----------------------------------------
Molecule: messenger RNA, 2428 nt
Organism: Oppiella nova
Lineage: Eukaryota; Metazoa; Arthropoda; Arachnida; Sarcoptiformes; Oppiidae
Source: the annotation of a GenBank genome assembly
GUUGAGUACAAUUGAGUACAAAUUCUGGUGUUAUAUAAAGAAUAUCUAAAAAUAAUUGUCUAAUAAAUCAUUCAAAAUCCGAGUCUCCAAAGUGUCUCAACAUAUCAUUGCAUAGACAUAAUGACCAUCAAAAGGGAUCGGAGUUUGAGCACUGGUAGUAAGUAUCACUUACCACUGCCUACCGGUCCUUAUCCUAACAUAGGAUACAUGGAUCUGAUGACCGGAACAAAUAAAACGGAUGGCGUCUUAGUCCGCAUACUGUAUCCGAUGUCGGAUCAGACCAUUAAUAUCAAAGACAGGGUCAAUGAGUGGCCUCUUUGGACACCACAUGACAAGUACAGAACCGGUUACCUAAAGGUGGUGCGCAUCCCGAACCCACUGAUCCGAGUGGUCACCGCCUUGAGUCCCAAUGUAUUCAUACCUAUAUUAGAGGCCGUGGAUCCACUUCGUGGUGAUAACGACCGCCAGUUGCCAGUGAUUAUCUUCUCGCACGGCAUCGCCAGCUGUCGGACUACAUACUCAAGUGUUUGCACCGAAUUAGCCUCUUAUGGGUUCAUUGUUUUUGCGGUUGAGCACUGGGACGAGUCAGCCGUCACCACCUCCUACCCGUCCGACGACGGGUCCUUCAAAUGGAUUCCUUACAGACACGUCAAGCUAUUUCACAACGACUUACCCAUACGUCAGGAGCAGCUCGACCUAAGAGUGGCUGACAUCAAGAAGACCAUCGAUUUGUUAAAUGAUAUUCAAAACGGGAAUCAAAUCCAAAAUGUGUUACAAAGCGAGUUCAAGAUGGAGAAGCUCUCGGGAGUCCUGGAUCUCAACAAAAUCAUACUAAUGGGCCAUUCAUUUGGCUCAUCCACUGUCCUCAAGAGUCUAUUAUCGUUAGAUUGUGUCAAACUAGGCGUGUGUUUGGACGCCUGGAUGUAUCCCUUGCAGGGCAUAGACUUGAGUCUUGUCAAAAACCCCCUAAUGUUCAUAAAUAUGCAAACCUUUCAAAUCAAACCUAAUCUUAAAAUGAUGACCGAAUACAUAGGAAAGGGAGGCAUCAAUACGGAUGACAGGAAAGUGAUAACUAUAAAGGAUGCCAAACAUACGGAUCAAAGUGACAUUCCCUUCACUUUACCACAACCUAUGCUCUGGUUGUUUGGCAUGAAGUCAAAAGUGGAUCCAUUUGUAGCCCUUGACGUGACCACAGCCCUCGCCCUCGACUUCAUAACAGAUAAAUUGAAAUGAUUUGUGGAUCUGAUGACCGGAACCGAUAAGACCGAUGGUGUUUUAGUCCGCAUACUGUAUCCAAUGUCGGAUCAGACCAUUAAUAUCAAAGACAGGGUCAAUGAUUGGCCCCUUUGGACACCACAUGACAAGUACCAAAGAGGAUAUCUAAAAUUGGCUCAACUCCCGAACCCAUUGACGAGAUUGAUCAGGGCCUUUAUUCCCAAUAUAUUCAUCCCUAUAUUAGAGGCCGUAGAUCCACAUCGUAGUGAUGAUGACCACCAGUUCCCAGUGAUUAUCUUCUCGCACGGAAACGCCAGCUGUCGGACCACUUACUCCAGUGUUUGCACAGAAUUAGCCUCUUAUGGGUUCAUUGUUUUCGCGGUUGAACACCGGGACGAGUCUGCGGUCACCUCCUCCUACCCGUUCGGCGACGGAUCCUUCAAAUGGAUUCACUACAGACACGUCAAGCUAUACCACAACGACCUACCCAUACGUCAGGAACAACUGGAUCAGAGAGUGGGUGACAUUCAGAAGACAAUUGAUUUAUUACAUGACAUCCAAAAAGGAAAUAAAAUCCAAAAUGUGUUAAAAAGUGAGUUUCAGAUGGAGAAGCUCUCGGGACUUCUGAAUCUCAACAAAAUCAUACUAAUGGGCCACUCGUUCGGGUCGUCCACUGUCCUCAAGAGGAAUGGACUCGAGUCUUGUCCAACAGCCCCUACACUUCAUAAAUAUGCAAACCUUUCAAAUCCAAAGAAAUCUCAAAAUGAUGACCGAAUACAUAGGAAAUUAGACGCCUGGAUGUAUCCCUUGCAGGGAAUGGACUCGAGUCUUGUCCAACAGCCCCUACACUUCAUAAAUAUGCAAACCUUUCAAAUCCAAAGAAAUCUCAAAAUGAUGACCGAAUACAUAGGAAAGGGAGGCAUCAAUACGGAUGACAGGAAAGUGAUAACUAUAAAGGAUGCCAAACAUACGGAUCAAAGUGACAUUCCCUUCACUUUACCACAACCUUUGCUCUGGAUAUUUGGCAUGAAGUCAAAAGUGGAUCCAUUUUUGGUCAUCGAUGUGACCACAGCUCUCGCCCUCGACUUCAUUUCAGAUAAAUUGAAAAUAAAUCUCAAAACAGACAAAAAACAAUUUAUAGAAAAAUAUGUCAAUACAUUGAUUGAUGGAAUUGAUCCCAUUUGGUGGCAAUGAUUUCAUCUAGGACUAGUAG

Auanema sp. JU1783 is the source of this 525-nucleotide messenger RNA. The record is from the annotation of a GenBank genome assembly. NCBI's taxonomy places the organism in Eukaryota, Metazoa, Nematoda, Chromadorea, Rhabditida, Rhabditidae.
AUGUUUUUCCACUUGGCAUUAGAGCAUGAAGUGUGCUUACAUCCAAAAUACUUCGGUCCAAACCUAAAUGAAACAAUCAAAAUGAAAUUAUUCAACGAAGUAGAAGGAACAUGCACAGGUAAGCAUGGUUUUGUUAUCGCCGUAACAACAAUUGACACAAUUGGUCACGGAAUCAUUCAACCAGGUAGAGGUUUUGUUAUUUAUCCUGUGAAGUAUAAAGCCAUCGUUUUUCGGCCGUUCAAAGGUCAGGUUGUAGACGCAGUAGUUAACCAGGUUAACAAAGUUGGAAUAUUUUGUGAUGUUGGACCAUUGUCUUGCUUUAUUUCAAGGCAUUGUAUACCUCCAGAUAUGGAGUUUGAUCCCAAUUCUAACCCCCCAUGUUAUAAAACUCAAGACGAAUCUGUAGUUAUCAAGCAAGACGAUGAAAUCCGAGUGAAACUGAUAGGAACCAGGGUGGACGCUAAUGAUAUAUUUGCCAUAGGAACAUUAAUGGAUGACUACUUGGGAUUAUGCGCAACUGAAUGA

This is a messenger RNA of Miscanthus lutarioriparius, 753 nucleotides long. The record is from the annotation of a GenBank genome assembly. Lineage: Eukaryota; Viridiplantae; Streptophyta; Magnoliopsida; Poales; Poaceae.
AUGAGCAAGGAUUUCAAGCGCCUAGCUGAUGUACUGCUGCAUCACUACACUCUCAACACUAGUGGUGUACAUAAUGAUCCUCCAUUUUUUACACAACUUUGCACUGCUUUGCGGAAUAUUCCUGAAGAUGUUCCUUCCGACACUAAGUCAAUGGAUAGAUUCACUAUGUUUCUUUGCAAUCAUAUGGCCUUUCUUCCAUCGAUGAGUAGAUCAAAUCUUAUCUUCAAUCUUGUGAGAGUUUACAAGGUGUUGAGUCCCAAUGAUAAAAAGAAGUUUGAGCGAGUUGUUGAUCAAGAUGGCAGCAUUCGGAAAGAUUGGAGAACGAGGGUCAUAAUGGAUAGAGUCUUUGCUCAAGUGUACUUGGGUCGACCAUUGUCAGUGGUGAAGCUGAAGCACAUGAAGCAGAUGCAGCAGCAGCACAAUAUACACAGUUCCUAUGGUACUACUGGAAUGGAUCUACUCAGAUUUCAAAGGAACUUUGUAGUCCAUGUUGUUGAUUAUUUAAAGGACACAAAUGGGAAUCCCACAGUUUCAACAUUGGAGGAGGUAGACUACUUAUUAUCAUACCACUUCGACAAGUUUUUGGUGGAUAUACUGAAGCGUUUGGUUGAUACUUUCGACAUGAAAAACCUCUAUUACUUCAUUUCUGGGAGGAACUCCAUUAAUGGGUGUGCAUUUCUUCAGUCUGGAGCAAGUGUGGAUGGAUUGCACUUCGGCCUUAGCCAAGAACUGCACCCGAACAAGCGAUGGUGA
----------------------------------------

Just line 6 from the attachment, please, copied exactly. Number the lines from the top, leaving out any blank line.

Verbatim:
Auanema sp. JU1783 is the source of this 525-nucleotide messenger RNA. The record is from the annotation of a GenBank genome assembly. NCBI's taxonomy places the organism in Eukaryota, Metazoa, Nematoda, Chromadorea, Rhabditida, Rhabditidae.